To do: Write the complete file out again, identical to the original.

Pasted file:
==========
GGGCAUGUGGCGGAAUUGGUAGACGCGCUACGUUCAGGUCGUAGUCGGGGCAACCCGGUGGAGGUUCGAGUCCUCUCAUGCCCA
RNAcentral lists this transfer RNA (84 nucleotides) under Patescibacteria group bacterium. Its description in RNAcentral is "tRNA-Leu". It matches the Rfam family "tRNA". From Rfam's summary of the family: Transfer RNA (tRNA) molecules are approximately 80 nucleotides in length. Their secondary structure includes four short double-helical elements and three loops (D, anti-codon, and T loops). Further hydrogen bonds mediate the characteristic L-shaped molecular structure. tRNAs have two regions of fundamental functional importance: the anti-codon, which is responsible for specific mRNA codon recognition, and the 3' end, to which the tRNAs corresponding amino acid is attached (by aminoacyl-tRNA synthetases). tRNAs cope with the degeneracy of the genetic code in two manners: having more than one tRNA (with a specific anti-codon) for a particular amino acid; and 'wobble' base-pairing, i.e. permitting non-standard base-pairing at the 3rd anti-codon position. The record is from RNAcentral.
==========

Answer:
GGGCAUGUGGCGGAAUUGGUAGACGCGCUACGUUCAGGUCGUAGUCGGGGCAACCCGGUGGAGGUUCGAGUCCUCUCAUGCCCA
RNAcentral lists this transfer RNA (84 nucleotides) under Patescibacteria group bacterium. Its description in RNAcentral is "tRNA-Leu". It matches the Rfam family "tRNA". From Rfam's summary of the family: Transfer RNA (tRNA) molecules are approximately 80 nucleotides in length. Their secondary structure includes four short double-helical elements and three loops (D, anti-codon, and T loops). Further hydrogen bonds mediate the characteristic L-shaped molecular structure. tRNAs have two regions of fundamental functional importance: the anti-codon, which is responsible for specific mRNA codon recognition, and the 3' end, to which the tRNAs corresponding amino acid is attached (by aminoacyl-tRNA synthetases). tRNAs cope with the degeneracy of the genetic code in two manners: having more than one tRNA (with a specific anti-codon) for a particular amino acid; and 'wobble' base-pairing, i.e. permitting non-standard base-pairing at the 3rd anti-codon position. The record is from RNAcentral.